The Silver Morgan Dollar (named after its designer George T Morgan) was first issued in 1878 and followed the passing of the Bland Allison Act by US Congress. This Act required US Treasury to purchase a certain amount of silver for circulation as silver dollars. The Morgan Dollar marked a return of the silver $1 following a 5 year absence from US coinage. Its purpose, reportedly to stabilize the silver market after the discovery of the Comstock Lode (the first major silver discovery in US history), which had destablised the market. The rationale being that with the government purchasing silver for coin production this would help improve the market.
The design of the coin features Lady Liberty facing left on the obverse and an eagle holding arrows and an olive branch on the reverse side. The coins contain 90% Silver/10% copper) with a .900 fine silver (purity). They weigh 26.73 grams and have a diameter of 38.1 mm and are 2.4 mm thick, with a reeded edge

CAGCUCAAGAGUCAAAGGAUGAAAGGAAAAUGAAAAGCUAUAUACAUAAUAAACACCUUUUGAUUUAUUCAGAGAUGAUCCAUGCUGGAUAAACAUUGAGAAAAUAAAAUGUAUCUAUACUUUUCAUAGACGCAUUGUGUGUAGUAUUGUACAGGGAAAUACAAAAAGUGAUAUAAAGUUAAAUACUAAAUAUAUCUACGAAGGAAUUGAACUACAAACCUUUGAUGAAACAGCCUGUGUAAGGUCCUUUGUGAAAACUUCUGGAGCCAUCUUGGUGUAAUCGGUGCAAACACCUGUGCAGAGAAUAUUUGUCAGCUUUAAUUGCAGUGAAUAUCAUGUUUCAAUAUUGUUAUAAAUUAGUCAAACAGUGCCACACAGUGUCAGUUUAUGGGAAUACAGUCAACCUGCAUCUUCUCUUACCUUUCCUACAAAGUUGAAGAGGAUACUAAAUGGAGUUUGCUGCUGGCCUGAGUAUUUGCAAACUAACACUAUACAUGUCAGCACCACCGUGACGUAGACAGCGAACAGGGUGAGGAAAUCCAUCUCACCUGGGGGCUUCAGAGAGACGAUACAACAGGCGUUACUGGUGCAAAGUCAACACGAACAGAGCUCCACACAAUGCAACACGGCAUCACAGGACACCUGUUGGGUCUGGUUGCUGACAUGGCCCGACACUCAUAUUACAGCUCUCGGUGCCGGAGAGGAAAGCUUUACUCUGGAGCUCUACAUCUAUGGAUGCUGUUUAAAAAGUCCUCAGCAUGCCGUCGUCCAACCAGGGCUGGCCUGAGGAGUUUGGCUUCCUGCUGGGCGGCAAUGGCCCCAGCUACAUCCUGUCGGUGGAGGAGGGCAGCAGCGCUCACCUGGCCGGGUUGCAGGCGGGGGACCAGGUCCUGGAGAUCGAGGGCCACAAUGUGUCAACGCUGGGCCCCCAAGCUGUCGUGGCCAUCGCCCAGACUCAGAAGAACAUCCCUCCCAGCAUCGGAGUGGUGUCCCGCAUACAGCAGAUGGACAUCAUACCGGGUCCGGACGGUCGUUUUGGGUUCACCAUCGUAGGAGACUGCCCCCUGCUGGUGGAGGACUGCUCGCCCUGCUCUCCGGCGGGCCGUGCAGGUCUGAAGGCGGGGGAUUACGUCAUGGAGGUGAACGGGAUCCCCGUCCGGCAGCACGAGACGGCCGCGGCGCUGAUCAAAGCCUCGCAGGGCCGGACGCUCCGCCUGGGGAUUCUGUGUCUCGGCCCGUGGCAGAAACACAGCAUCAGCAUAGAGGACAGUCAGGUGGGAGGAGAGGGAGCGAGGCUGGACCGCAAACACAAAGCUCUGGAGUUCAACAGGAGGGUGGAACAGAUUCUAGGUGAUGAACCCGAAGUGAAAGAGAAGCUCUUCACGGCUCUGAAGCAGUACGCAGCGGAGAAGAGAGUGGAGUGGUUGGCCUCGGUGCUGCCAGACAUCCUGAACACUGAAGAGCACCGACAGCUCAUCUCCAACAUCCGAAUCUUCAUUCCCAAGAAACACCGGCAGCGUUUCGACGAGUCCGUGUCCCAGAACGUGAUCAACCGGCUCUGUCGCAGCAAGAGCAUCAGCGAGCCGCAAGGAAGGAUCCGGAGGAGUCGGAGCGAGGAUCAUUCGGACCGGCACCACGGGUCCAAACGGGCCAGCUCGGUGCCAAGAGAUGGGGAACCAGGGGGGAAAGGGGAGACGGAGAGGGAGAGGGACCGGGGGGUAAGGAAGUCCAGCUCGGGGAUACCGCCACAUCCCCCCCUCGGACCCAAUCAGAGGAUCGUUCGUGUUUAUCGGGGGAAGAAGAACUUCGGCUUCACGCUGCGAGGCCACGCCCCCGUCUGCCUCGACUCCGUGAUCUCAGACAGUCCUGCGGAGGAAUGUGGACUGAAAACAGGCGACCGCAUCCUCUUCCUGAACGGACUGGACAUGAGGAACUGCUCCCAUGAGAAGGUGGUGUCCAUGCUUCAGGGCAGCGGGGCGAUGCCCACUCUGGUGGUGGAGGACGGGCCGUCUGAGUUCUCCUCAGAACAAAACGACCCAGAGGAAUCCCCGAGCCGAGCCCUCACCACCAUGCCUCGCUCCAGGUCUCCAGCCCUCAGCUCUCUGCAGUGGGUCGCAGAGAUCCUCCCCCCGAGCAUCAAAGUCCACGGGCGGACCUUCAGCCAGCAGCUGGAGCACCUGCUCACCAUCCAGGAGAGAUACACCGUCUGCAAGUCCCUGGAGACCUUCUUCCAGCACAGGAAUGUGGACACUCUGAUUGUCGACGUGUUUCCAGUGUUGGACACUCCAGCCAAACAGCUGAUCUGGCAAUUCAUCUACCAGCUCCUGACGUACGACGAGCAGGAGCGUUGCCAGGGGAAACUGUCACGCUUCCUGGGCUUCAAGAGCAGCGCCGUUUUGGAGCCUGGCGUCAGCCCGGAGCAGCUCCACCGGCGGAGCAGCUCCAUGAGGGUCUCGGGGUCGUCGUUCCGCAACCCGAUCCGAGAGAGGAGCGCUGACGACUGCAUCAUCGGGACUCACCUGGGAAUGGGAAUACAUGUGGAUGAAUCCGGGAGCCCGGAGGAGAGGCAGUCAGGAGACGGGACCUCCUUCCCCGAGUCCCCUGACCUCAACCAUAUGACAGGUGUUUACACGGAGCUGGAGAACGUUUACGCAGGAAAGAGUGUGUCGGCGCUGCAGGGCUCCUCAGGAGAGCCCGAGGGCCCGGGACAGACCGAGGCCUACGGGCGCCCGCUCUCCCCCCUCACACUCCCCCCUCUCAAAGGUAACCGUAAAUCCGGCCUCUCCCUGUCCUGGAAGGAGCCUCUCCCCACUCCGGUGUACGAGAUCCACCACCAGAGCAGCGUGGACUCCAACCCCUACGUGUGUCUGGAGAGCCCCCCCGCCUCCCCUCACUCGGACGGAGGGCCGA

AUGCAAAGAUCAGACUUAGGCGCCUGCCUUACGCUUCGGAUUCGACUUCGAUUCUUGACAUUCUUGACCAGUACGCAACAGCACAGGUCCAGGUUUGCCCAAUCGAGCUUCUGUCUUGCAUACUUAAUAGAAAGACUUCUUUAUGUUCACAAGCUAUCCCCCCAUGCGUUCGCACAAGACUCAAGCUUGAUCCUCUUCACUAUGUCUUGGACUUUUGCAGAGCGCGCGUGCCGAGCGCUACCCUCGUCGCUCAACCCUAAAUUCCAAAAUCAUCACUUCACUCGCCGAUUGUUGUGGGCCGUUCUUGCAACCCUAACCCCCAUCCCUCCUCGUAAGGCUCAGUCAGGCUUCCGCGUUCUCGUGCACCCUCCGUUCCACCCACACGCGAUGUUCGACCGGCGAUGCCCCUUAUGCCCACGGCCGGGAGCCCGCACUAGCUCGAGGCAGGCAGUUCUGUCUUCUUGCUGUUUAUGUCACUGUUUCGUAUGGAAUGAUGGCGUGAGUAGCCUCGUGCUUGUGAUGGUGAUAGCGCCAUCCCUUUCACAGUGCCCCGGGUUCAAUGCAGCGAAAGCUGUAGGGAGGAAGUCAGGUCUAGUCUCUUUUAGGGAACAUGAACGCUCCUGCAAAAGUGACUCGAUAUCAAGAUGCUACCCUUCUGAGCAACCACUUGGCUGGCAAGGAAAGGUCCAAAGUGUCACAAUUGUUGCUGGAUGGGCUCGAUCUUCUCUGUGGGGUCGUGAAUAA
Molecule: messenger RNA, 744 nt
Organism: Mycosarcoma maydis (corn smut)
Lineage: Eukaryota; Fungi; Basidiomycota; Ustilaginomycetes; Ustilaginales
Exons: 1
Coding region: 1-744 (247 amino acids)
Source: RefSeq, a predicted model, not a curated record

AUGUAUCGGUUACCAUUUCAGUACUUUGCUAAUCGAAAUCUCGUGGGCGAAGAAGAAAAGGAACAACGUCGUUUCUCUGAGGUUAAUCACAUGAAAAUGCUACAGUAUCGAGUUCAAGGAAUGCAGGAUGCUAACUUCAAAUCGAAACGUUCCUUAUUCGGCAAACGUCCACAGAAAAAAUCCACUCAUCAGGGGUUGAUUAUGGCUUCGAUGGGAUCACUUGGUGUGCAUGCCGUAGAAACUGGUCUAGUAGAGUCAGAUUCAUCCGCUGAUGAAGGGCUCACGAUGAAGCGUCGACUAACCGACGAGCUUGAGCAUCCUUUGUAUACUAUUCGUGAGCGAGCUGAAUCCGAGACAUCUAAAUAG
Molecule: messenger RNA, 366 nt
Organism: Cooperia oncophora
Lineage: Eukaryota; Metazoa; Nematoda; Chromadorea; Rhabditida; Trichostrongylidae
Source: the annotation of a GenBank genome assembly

Morgan Dollars were struck at several US Mint locations throughout their minting life – Philadelphia (no mint mark), Denver (D), San Francisco(S), New Orleans (O) and Carson City (CC). Mint marks (see letters in brackets) can be found on the coins under the wreath on the reverse of the coin. Morgan Dollars struck at Carson City often command the highest premiums due to their rarity.
Production ceased in 1904; due to low demand and exhaustion of bullion supplies. Three dates or mints reportedly hold most value due to limited quantities produced, these are – ‘1889 – C (350,000 only), 1893 – S(100,000) and 1895 proof (12,880) [Source: Morgandollar.org].
Morgan dollars were produced in 96 different date and mint combinations. It is estimated that over 650 million Morgan dollars were produced. However, around 40% of Morgan Dollars were melted under the Pittman Act 1918 (which required the silver to be either sold or reminted as other coinage). There was a short resumption of production in 1921 before the Morgan Dollar was replaced by the Peace Dollar.